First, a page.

A superb chronicle, long—but no longer than needed—and detailed, that sheds light on how the war on terror is being waged...

DAYS OF RAGE

AMERICA’S RADICAL UNDERGROUND, THE FBI, AND THE FORGOTTEN AGE OF REVOLUTIONARY VIOLENCE

A stirring history of that bad time, 45-odd years ago, when we didn’t need a weatherman to know which way the wind was blowing, though we knew it was loud.

The 1970s, writes Vanity Fair special correspondent Burrough (The Big Rich: The Rise and Fall of the Greatest Texas Oil Fortunes, 2009, etc.), saw something unknown since the American Revolution: a group of radical leftists forming “an underground resistance movement” that, as his subtitle notes, is all but forgotten today. The statistics are daunting and astonishing: In 1971 and 1972, the FBI recorded more than 2,500 bombings, only 1 percent of which led to a fatality. In contrast to the Oklahoma City bombing of 1995, which killed 168 people, the “single deadliest radical-underground attack of the decade killed four people.” The FBI, of course, took this very seriously. As Burrough records, it embarked on a campaign of infiltration and interdiction that soon overstepped its bounds, legally speaking. The author takes a deep look into this history on both sides, interviewing veterans of the underground on one hand and of the FBI on the other. He traces the bombing campaign back to the man he deems a “kind of Patient Zero for the underground groups of the 1970s,” who began seeding Manhattan with bombs in the year of Woodstock and provided a blueprint for radicals right and left ever since. It is clear that the FBI has Burrough’s sympathy; after all, many of those who went underground got off lightly, while overly zealous federal agents (the man who would later be unmasked as Watergate’s Deep Throat among them) were prosecuted. The author’s history is thoroughgoing and fascinating, though with a couple of curious notes—e.g., the likening of the Weathermen et al. to the Nazi Werewolf guerrillas “who briefly attempted to resist Allied forces after the end of World War II.”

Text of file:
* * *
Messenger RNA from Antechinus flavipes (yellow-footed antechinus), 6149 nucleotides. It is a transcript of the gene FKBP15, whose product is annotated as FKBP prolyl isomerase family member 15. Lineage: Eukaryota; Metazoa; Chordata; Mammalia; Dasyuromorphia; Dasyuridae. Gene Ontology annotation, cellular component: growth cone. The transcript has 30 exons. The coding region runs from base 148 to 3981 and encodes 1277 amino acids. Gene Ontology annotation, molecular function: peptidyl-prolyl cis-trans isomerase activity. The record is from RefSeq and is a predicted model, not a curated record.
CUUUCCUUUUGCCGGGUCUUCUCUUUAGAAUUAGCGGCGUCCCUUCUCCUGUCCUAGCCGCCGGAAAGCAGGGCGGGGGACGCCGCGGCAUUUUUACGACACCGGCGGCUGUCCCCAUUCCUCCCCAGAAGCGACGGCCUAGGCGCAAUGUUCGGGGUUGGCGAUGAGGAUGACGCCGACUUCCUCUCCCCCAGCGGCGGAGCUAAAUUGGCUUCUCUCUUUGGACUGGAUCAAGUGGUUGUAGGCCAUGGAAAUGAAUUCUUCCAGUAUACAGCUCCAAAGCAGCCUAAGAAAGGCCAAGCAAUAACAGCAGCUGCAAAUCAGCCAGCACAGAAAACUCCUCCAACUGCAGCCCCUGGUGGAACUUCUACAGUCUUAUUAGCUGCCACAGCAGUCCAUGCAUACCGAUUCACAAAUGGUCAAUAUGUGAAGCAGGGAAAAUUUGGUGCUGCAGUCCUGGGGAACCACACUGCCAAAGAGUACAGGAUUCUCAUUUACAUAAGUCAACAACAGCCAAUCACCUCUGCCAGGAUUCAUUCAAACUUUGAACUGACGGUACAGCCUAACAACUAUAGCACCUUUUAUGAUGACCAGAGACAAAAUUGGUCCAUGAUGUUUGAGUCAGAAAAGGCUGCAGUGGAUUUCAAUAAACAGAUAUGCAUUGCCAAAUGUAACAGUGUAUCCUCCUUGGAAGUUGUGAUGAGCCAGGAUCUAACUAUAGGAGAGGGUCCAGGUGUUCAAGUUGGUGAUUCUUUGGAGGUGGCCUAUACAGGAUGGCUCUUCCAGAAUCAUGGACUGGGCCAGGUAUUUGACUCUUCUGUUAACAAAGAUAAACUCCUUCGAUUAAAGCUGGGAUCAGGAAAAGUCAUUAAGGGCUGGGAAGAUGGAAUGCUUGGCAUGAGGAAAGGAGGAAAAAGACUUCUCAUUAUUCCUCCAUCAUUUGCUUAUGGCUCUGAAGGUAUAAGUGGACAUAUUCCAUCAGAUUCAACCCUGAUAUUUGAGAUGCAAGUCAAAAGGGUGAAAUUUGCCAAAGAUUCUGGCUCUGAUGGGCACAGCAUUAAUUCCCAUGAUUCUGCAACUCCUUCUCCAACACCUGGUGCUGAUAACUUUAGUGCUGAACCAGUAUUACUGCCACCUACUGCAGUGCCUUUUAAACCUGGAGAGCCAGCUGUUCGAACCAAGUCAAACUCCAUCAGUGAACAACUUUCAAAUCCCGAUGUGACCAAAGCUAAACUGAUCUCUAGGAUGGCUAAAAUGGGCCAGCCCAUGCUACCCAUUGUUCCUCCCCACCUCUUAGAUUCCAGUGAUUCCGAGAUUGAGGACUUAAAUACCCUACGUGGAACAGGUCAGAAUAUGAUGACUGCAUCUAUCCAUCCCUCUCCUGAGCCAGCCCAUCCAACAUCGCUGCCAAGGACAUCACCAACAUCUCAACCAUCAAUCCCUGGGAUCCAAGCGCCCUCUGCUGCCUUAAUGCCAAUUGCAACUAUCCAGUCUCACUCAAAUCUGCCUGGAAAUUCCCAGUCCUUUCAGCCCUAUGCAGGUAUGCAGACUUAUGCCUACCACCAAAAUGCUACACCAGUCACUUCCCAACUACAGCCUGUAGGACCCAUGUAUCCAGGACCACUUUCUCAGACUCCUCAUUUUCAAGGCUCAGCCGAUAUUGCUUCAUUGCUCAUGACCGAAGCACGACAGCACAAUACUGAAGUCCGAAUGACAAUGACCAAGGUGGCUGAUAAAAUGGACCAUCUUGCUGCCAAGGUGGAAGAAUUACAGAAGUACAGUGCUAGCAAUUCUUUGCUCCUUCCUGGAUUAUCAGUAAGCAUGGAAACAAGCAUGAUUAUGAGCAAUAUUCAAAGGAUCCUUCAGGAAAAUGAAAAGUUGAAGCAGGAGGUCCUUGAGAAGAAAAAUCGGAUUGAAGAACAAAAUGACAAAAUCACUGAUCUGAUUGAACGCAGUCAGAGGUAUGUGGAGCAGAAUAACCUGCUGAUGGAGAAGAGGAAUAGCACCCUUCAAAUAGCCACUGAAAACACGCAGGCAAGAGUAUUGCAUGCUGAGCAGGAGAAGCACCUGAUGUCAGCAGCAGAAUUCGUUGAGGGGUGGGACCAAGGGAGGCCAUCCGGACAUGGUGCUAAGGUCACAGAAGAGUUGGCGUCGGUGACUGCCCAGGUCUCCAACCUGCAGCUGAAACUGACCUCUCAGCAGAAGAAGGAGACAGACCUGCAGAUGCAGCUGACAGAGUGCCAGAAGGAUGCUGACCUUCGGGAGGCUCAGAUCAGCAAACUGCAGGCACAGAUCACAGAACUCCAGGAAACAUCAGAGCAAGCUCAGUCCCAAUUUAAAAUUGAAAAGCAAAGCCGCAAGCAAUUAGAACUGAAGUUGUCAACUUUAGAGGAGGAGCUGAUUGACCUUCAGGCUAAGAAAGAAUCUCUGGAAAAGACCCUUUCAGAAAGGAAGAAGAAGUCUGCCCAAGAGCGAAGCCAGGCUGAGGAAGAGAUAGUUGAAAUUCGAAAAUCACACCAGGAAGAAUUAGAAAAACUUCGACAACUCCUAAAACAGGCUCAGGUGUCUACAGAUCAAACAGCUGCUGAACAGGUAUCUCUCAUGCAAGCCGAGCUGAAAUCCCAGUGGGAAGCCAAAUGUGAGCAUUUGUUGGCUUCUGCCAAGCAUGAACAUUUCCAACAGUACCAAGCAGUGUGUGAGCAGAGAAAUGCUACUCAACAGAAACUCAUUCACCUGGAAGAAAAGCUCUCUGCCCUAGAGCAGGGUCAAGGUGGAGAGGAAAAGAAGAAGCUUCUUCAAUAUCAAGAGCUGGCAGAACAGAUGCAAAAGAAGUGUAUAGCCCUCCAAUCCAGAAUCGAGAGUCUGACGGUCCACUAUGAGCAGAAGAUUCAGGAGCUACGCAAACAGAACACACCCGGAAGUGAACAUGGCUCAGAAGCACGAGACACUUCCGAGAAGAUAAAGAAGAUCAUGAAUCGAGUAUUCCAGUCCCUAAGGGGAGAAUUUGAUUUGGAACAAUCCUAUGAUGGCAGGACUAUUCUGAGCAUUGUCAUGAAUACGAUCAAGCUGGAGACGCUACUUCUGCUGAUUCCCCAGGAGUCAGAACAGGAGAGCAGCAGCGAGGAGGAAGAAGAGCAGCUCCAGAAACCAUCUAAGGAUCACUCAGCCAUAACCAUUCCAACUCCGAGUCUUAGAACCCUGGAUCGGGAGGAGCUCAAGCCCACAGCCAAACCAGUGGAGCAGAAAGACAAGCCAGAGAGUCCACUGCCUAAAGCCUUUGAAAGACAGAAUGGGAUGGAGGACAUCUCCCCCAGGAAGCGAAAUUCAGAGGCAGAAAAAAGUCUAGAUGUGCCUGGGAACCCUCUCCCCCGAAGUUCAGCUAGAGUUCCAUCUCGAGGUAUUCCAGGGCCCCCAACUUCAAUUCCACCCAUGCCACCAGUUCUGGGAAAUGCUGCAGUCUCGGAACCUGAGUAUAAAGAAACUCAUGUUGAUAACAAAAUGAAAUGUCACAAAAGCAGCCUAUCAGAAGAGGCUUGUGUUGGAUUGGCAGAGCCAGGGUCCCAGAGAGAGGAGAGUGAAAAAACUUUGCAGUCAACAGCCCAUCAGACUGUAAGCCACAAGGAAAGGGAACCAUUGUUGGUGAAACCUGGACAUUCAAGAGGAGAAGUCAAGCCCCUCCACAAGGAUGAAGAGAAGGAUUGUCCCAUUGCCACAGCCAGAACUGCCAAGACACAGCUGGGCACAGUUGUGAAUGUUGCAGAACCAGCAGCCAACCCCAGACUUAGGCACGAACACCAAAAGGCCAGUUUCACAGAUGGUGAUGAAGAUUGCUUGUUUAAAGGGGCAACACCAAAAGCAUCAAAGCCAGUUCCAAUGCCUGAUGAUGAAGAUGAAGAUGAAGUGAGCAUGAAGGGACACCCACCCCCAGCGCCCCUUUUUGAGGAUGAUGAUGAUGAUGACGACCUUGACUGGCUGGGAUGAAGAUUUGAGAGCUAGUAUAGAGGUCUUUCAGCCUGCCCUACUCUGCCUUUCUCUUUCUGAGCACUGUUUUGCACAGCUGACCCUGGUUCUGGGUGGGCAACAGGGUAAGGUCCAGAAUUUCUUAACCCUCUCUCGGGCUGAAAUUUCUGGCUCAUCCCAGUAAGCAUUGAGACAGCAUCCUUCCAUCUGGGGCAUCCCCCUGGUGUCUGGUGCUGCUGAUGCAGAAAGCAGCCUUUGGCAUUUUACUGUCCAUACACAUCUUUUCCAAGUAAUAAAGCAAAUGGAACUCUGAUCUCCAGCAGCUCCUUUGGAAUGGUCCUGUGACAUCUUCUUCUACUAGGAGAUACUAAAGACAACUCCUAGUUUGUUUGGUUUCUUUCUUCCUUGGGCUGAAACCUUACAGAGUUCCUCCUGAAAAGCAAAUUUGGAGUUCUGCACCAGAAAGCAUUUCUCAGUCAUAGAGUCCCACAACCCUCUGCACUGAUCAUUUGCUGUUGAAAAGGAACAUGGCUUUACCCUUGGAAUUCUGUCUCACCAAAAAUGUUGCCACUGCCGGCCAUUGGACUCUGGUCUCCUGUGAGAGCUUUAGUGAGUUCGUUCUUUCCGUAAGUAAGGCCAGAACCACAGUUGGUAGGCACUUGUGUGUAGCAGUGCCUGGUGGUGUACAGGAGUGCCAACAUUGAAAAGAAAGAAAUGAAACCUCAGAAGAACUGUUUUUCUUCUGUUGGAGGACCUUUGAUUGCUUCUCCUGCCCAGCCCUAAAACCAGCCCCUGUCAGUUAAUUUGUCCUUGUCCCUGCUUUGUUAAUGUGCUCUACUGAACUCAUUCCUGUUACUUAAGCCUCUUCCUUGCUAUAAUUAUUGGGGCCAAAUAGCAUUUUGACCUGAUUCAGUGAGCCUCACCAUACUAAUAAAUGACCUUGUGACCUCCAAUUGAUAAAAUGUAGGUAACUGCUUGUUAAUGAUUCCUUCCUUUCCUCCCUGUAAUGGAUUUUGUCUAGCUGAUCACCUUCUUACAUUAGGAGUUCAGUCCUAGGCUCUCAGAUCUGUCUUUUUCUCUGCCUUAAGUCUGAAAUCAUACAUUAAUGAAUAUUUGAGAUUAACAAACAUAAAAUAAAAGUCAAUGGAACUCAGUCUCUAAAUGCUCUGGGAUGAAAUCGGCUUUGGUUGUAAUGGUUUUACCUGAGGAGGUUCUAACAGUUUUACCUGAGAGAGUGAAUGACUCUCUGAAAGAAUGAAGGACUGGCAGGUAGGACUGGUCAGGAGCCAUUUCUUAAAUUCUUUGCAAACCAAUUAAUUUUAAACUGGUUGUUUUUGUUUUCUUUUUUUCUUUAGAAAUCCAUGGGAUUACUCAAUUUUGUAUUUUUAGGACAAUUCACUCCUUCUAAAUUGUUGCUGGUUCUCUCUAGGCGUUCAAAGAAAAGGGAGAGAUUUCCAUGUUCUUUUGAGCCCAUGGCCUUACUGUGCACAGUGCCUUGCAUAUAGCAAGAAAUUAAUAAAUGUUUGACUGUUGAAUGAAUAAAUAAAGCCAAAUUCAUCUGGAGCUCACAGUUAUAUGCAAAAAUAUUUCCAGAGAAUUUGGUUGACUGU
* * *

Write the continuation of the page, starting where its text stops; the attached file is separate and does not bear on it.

A superb chronicle, long—but no longer than needed—and detailed, that sheds light on how the war on terror is being waged today.

Pub Date: April 7, 2015

ISBN: 978-1-59420-429-6